Former Member of the National Space Society Board of Governors
Arthur Kantrowitz was Professor Emeritus of Engineering at Dartmouth College. He devoted a lifetime to grappling with hard research
questions. Among them: magnetically contained fusion; the invention
of supersonic high intensity molecular beams; high temperature
shock tubes, which provided the scientific basis for reentering the
atmosphere from space; the worlds first successful demonstration of
magnetohydrodynamic power generation; high-energy lasers and laser propulsion
to Earth orbit; and cardiac assist devices which culminated in the intra-aortic
balloon pump, used in hundreds of thousands of patients.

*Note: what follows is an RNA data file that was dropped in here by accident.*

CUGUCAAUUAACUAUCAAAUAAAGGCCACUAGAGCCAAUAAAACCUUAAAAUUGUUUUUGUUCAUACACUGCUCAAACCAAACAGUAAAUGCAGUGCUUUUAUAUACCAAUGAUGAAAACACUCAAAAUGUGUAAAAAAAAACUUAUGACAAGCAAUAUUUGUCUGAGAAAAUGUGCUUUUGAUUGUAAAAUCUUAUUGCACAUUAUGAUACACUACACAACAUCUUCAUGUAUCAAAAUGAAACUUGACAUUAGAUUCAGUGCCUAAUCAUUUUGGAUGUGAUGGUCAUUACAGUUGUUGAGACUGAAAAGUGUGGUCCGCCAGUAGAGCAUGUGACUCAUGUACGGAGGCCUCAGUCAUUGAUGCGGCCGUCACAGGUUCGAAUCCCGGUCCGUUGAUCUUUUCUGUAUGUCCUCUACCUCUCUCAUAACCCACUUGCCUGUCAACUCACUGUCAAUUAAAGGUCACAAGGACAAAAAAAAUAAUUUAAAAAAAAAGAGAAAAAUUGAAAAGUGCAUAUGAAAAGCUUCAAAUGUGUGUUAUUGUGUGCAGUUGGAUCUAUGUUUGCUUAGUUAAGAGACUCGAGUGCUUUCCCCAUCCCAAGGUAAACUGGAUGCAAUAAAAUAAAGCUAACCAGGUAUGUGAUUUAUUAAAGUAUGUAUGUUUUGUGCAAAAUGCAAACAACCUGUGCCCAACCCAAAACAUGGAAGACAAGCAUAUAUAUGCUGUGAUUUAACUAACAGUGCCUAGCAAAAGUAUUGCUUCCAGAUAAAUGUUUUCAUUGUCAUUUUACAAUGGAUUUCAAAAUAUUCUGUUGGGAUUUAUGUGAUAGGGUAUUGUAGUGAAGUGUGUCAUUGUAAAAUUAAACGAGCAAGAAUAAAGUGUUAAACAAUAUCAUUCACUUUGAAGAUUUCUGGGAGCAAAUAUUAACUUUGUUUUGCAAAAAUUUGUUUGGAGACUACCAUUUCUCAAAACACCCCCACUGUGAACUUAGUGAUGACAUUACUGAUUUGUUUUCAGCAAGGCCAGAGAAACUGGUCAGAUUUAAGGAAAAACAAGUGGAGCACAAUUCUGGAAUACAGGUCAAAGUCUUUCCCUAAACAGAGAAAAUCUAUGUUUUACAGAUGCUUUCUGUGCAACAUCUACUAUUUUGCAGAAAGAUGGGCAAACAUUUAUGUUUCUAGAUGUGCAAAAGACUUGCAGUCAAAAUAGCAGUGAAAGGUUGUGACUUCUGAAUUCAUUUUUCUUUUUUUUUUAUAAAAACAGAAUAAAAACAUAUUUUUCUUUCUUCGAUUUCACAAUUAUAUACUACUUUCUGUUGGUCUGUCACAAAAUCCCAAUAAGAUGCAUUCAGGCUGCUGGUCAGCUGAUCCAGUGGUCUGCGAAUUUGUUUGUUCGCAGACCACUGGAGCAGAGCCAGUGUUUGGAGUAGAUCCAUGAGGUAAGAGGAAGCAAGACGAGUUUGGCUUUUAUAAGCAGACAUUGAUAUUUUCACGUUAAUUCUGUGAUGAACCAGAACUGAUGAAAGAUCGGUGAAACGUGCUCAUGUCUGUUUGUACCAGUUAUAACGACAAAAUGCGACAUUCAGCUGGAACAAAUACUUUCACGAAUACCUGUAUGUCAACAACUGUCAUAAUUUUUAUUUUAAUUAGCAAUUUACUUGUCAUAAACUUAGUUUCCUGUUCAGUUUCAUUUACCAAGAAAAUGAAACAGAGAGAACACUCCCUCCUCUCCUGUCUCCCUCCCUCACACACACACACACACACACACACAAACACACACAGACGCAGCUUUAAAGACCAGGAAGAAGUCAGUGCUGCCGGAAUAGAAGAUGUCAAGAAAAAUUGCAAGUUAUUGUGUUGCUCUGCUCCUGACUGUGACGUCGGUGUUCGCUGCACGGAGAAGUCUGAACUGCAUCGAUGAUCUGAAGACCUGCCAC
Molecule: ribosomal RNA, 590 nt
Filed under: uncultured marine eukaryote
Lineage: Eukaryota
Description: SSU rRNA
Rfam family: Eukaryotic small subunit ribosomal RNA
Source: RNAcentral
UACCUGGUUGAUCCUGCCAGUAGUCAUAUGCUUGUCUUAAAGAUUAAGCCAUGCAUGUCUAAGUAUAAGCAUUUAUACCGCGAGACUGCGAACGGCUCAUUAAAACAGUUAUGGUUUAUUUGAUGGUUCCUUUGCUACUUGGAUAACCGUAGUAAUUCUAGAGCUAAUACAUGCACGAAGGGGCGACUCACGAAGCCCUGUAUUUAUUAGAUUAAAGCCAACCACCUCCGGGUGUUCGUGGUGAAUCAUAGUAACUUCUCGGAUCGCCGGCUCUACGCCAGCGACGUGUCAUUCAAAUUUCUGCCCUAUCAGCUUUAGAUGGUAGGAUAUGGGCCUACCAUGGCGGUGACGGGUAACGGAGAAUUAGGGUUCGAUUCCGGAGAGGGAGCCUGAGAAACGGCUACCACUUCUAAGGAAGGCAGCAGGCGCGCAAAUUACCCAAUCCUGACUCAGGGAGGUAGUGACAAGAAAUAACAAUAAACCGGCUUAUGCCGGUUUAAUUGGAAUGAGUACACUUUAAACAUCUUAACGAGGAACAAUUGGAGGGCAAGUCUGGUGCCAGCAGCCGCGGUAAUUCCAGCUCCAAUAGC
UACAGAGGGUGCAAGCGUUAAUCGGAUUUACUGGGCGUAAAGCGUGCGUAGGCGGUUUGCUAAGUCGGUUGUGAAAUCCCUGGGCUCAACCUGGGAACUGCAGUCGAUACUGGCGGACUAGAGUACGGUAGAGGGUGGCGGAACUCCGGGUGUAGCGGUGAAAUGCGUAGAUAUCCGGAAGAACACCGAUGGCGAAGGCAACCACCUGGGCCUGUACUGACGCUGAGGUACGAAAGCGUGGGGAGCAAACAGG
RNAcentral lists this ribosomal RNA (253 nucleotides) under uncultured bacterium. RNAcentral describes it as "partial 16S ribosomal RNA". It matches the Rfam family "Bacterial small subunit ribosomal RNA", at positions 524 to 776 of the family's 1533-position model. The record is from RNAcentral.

Kantrowitz was a fellow of the American Academy of Arts and Sciences, American Association for the Advancement of Science, American Astronautical Society, American Institute of Aeronautics and Astronautics (an honorary fellow), American Physical Society, American Institute for Medical and Biological Engineering, National Academy of Engineering, National Academy of Sciences, and International Academy of Astronautics. In 1953-1954, he held both Fulbright and Guggenheim Fellowships at Cambridge and Manchester Universities.